Big City, Little Homestead

Living rural in the city is hip and urban – and you can, too.

Category: Birds and Wildlife (page 1 of 6)

New project: build a nest box for bluebirds and chickadees!

It’s been on my todo list for a few weeks to build a couple of bird houses with the scrap wood I have leftover from other projects and so finally I did the job JUST IN TIME for spring migration.

In fact, almost too late – except that some species breed more than once. Those birds who are have been sticking around or arriving earlier already have young, and and some just arriving are getting ready to find a nest box. AND that’s what I’m going to provide!

And so can you. Do it this weekend!

I turned this into a new kind of post called a Portfolio post. I decided it was a nice way to do it with a picture gallery, and I could create a series of DIY projects that way. Go check it out. It’s called “Using Old Wood To Build A Birdhouse.

Leave a comment if you do get this project under way / done. I’d love to see the results!

I found a baby bird in distress. What do I do?

If you’ve been looking up at the tops of the trees, or watching neighbourhood feeders, you’ve noticed the flitting of unfamiliar birds, newly arriving on their spring migration. Or if you’ve been walking around with open ears, you’ve heard the sweet call of the robins and almost-raucous regular trill of the red-winged blackbirds. Spring has arrived and it’s in full swing. And so we must hone our attention on our surroundings (not a hard task!), while for some us, work begins.

The expansion of urban habitat and housing and mirrored buildings means only one thing to birds: imminent danger. There are three things we all need to take responsibility to do for birds, and this message is so old now that NOT doing something about it is delinquent.

(I just found out that free-standing houses cause 50% of bird strike deaths. Big buildings the other 50%. Not 20:80 or something that seems “more reasonable.” Your house and my house is deadly.)

Do what? The Top Three things to do are in an Audubon article (Fall of 2015):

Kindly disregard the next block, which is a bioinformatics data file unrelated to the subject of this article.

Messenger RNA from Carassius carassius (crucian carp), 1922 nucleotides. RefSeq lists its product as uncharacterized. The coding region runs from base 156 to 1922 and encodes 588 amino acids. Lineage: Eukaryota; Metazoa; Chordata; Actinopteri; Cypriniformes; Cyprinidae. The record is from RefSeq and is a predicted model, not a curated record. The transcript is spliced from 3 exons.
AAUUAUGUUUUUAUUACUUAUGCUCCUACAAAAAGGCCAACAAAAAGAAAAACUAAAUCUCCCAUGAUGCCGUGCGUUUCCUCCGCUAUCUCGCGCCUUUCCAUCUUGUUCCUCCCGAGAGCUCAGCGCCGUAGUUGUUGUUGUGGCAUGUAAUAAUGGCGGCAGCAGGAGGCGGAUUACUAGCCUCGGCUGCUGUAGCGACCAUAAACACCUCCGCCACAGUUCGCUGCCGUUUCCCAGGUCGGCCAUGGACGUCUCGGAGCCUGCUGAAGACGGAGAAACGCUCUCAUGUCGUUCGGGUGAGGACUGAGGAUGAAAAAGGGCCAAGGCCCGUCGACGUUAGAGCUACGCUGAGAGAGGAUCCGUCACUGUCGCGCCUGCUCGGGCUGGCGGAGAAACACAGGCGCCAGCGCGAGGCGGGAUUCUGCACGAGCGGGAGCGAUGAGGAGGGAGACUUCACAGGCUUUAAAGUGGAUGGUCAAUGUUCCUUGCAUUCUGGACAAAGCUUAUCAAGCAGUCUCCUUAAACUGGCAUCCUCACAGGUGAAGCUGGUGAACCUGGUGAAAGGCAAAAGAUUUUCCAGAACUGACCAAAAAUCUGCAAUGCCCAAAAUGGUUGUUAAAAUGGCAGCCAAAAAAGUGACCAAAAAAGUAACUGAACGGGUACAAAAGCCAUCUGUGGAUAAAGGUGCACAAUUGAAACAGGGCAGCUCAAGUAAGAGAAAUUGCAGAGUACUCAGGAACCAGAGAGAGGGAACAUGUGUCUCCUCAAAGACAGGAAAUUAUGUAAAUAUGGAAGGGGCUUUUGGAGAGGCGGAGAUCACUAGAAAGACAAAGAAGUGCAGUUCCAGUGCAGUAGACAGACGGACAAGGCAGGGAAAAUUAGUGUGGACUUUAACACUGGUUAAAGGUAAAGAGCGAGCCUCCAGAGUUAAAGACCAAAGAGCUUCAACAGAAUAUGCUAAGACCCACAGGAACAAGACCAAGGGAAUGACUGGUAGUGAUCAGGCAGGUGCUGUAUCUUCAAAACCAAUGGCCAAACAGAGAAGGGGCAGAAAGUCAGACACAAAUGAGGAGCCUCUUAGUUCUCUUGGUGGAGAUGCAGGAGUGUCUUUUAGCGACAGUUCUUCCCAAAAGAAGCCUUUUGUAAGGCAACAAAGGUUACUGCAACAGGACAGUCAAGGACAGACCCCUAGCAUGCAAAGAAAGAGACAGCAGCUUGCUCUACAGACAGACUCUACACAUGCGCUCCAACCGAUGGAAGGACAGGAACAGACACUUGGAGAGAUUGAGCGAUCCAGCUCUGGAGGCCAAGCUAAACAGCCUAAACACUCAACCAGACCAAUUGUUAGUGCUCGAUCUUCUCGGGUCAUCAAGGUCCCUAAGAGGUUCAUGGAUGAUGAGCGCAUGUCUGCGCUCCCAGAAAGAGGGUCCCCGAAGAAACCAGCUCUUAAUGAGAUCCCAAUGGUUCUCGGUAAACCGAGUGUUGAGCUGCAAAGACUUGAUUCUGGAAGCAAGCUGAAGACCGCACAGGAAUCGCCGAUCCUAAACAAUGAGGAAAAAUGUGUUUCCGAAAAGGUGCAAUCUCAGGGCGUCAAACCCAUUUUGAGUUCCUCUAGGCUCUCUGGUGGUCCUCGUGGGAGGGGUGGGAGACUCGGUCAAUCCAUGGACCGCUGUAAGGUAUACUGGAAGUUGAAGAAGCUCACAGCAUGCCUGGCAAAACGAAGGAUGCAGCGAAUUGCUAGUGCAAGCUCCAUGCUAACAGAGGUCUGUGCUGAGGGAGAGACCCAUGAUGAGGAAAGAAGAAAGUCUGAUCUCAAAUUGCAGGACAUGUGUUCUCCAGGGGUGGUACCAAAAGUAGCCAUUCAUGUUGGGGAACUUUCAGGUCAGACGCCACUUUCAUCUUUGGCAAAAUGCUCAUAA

1. Put decals, tape, strings, or another form of “frit” on your windows – all windows reflecting trees within 5 storeys of the ground! – so that birds can see them and avoid crashing;
  2. Turn off building lights at night, and
  3. SPEAK UP about this to everyone who will listen, but building managers and city councils, especially!

I’ve written about bird crashes and the resources to prevent them before, and it’s also happened to me (this story has a good ending, and it’s instructive on what to do if you have a little window-crasher). One even happened to me last week, though I’m persuaded that the little bird was startled and survived:

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Like “Rabbits rabbits rabbits,” but “Groundhogs, groundhogs, groundhogs.”

I love marmots sooooo much, and my Fat Sassy Groundhog Babies post is one of my more popular… so here it comes again. My Groundhog Day February 2 Birthday Fundraiser for the Vancouver Island Marmot. And I’m doing it the lazy way. One that I’m going to remember to post to the blog properly in time for it next year (yes, this year I was late, and back-dated it). Here we go, details on Facebook:

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How can you protect birds during nesting season? (Short answer: don’t cut trees). And, BirdFest.

Migration is pretty much over now, and all birds are where they want to be if they’re sitting on eggs in a nest, or raising a clutch of nestlings. It might give us an opportunity to have a peep into their nests and niches and see them raise their babies (mostly by web-cam – this is something we all love!), but it doesn’t mean the dangers they face are completely over. There are still things to watch out for in the city…

Tree Felling During Nesting Season

Every spring, members of my local birding club notice incidents of tree cutting and felling in and around Montreal during this period, when birds are nesting. Even trained ornithologists have difficulty locating nests, so we’re concerned that these activities may harm or even be fatal to nesting birds.

Perhaps making matters worse is that while tree felling is an activity a homeowner needs a permit for, the permit process might not take into account the time of the felling  – and the businesses that fell trees, like landscaping services, haven’t needed to have a license from the RBQ – the Régie du Bâtiment du Québec. We can’t know whether a license would necessarily help birds, but it’s at least one avenue of contractor education.

What can you do if you witness tree felling during nesting season in your neighbourhood? One or all of the following:

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